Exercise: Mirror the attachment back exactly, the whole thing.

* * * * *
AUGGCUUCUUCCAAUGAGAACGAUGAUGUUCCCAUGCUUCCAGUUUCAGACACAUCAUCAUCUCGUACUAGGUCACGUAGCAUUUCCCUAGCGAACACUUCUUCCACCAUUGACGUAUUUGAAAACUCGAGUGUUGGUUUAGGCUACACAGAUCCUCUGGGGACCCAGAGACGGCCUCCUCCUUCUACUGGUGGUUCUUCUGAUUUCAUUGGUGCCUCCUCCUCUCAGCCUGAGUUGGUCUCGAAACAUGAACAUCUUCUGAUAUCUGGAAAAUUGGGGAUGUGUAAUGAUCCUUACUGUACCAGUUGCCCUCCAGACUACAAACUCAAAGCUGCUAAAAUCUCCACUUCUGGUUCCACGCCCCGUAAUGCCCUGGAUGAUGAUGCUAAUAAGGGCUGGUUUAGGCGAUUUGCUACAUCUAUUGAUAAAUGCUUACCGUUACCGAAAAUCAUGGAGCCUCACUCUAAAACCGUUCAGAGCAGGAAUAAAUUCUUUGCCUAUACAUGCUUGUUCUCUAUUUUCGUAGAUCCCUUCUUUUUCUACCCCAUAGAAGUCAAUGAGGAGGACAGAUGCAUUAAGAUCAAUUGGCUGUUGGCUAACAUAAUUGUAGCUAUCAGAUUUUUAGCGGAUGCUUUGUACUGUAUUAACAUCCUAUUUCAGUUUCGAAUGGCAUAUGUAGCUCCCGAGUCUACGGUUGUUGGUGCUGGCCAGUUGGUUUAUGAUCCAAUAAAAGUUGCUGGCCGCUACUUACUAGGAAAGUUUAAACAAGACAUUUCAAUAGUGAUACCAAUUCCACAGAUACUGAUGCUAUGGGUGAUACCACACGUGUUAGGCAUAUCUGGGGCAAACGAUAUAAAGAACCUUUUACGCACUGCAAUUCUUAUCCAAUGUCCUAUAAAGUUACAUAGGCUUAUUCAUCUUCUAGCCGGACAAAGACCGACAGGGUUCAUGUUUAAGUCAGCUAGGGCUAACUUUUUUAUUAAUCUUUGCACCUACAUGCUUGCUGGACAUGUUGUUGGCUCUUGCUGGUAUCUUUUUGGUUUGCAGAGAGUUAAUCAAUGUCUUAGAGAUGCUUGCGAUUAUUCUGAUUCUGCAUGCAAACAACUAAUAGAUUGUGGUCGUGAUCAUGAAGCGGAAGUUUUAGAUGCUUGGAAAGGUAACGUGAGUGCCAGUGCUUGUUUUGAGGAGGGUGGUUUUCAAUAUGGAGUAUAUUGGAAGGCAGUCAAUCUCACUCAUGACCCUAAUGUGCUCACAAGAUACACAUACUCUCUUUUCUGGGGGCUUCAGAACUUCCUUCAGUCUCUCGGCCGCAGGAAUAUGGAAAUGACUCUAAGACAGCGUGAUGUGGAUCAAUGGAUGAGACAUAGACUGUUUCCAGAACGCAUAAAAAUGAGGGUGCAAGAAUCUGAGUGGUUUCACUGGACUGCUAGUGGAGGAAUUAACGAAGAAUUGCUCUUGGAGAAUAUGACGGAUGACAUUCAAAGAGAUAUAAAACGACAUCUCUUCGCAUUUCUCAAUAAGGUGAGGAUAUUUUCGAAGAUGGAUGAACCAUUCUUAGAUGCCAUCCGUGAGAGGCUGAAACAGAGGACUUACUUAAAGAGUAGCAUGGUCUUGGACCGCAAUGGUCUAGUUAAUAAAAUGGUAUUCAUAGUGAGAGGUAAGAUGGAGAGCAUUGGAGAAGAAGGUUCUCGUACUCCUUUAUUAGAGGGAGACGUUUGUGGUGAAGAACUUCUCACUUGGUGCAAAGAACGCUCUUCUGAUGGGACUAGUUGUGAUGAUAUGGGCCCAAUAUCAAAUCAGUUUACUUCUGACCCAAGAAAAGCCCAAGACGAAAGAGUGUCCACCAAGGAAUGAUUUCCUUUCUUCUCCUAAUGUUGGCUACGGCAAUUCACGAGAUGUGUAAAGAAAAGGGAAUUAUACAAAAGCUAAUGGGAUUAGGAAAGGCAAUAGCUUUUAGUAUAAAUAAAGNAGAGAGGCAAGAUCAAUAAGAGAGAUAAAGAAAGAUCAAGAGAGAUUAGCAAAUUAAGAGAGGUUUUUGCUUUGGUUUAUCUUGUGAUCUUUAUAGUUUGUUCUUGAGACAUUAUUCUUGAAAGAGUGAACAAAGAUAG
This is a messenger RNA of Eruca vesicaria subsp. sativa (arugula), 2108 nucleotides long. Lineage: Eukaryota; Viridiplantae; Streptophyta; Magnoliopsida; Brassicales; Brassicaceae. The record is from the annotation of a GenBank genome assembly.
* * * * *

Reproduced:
AUGGCUUCUUCCAAUGAGAACGAUGAUGUUCCCAUGCUUCCAGUUUCAGACACAUCAUCAUCUCGUACUAGGUCACGUAGCAUUUCCCUAGCGAACACUUCUUCCACCAUUGACGUAUUUGAAAACUCGAGUGUUGGUUUAGGCUACACAGAUCCUCUGGGGACCCAGAGACGGCCUCCUCCUUCUACUGGUGGUUCUUCUGAUUUCAUUGGUGCCUCCUCCUCUCAGCCUGAGUUGGUCUCGAAACAUGAACAUCUUCUGAUAUCUGGAAAAUUGGGGAUGUGUAAUGAUCCUUACUGUACCAGUUGCCCUCCAGACUACAAACUCAAAGCUGCUAAAAUCUCCACUUCUGGUUCCACGCCCCGUAAUGCCCUGGAUGAUGAUGCUAAUAAGGGCUGGUUUAGGCGAUUUGCUACAUCUAUUGAUAAAUGCUUACCGUUACCGAAAAUCAUGGAGCCUCACUCUAAAACCGUUCAGAGCAGGAAUAAAUUCUUUGCCUAUACAUGCUUGUUCUCUAUUUUCGUAGAUCCCUUCUUUUUCUACCCCAUAGAAGUCAAUGAGGAGGACAGAUGCAUUAAGAUCAAUUGGCUGUUGGCUAACAUAAUUGUAGCUAUCAGAUUUUUAGCGGAUGCUUUGUACUGUAUUAACAUCCUAUUUCAGUUUCGAAUGGCAUAUGUAGCUCCCGAGUCUACGGUUGUUGGUGCUGGCCAGUUGGUUUAUGAUCCAAUAAAAGUUGCUGGCCGCUACUUACUAGGAAAGUUUAAACAAGACAUUUCAAUAGUGAUACCAAUUCCACAGAUACUGAUGCUAUGGGUGAUACCACACGUGUUAGGCAUAUCUGGGGCAAACGAUAUAAAGAACCUUUUACGCACUGCAAUUCUUAUCCAAUGUCCUAUAAAGUUACAUAGGCUUAUUCAUCUUCUAGCCGGACAAAGACCGACAGGGUUCAUGUUUAAGUCAGCUAGGGCUAACUUUUUUAUUAAUCUUUGCACCUACAUGCUUGCUGGACAUGUUGUUGGCUCUUGCUGGUAUCUUUUUGGUUUGCAGAGAGUUAAUCAAUGUCUUAGAGAUGCUUGCGAUUAUUCUGAUUCUGCAUGCAAACAACUAAUAGAUUGUGGUCGUGAUCAUGAAGCGGAAGUUUUAGAUGCUUGGAAAGGUAACGUGAGUGCCAGUGCUUGUUUUGAGGAGGGUGGUUUUCAAUAUGGAGUAUAUUGGAAGGCAGUCAAUCUCACUCAUGACCCUAAUGUGCUCACAAGAUACACAUACUCUCUUUUCUGGGGGCUUCAGAACUUCCUUCAGUCUCUCGGCCGCAGGAAUAUGGAAAUGACUCUAAGACAGCGUGAUGUGGAUCAAUGGAUGAGACAUAGACUGUUUCCAGAACGCAUAAAAAUGAGGGUGCAAGAAUCUGAGUGGUUUCACUGGACUGCUAGUGGAGGAAUUAACGAAGAAUUGCUCUUGGAGAAUAUGACGGAUGACAUUCAAAGAGAUAUAAAACGACAUCUCUUCGCAUUUCUCAAUAAGGUGAGGAUAUUUUCGAAGAUGGAUGAACCAUUCUUAGAUGCCAUCCGUGAGAGGCUGAAACAGAGGACUUACUUAAAGAGUAGCAUGGUCUUGGACCGCAAUGGUCUAGUUAAUAAAAUGGUAUUCAUAGUGAGAGGUAAGAUGGAGAGCAUUGGAGAAGAAGGUUCUCGUACUCCUUUAUUAGAGGGAGACGUUUGUGGUGAAGAACUUCUCACUUGGUGCAAAGAACGCUCUUCUGAUGGGACUAGUUGUGAUGAUAUGGGCCCAAUAUCAAAUCAGUUUACUUCUGACCCAAGAAAAGCCCAAGACGAAAGAGUGUCCACCAAGGAAUGAUUUCCUUUCUUCUCCUAAUGUUGGCUACGGCAAUUCACGAGAUGUGUAAAGAAAAGGGAAUUAUACAAAAGCUAAUGGGAUUAGGAAAGGCAAUAGCUUUUAGUAUAAAUAAAGNAGAGAGGCAAGAUCAAUAAGAGAGAUAAAGAAAGAUCAAGAGAGAUUAGCAAAUUAAGAGAGGUUUUUGCUUUGGUUUAUCUUGUGAUCUUUAUAGUUUGUUCUUGAGACAUUAUUCUUGAAAGAGUGAACAAAGAUAG
This is a messenger RNA of Eruca vesicaria subsp. sativa (arugula), 2108 nucleotides long. Lineage: Eukaryota; Viridiplantae; Streptophyta; Magnoliopsida; Brassicales; Brassicaceae. The record is from the annotation of a GenBank genome assembly.